"The Producers" is a gift that keeps on giving to Brooks. It did not only launch his cinematic career, earning him an Academy Award for the screenplay, but it also produced a tremendously successful Broadway musical, which earned a record-breaking 12 Tony Awards, including three for him (it was also later turned into a movie).
Max Bialystock, played by Zero Mostel, is a failed producer who obtains money for his theatrical performances by wooing elderly women. He persuades hesitant accountant Leo Bloom (Supporting Actor candidate Gene Wilder) to help him stage the worst play conceivable so they can grab the money and run: "Springtime for Hitler."
Brooks revels in the premise's obnoxiousness, resulting in a startlingly, refreshingly funny comedy that inspired "South Park," the Farrelly Brothers, and other obnoxious satirists.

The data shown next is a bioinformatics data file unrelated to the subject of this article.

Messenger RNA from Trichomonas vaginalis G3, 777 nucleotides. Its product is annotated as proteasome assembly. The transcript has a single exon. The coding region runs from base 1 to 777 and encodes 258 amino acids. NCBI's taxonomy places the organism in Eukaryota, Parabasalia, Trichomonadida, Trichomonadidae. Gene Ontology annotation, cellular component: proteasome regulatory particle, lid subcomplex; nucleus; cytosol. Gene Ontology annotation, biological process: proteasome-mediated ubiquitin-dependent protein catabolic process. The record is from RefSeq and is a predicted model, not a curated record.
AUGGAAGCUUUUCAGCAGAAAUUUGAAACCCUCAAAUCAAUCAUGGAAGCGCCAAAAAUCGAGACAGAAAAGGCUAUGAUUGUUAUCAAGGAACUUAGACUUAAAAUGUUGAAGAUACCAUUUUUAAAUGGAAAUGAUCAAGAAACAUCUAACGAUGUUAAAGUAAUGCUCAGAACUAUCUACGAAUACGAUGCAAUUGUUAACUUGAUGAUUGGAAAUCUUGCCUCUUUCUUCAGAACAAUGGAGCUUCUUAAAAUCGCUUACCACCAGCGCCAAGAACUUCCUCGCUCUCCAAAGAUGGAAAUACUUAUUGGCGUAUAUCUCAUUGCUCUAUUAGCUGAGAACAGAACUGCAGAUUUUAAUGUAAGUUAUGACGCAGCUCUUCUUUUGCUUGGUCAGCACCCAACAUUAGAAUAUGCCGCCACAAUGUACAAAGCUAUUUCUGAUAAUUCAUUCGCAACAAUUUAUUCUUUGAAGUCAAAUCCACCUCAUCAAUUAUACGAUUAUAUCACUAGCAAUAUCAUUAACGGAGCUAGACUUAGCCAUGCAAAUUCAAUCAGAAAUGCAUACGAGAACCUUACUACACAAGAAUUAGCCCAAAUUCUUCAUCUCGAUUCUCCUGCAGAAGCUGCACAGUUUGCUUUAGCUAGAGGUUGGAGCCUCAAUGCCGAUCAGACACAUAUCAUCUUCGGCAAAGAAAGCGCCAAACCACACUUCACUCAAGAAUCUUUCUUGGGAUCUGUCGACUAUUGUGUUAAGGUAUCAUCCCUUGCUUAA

Brooks' second directorial effort, one of his few non-spoofs, is an underappreciated treasure just waiting to be unearthed. It revolves around a poor nobleman (Ron Moody), a greedy priest (Dom DeLuise), and a cunning con artist (Frank Langella) who discover a huge treasure hidden in one of twelve dining chairs in 1920s Soviet Russia.
Unfortunately, during the revolution, the set was dispersed throughout the nation, resulting in a frantic and humorous hunt. Brooks was nominated for a WGA award for his screenplay, which was adapted from a famous book that has been filmed 18 times across the world!
Brooks had a difficult time in the 1990s, with reviewers and fans alike shunning his works. "Robin Hood: Men in Tights," from that decade, has a cult following, and although it's far from flawless, it does include a few great laughs.
It stars Cary Elwes as Robin Hood, who must fight the wicked King Richard (Richard Lewis) and the Sheriff of Rottingham in a blatant parody of Kevin Costner's 1991 blockbuster "Robin Hood: Prince of Thieves" (Roger Rees). Brooks as Rabbi Tuckman, Isaac Hayes as Asneeze, and Dave Chappelle (in his feature debut) as his son, Ahchoo, form a merry gang of crooks.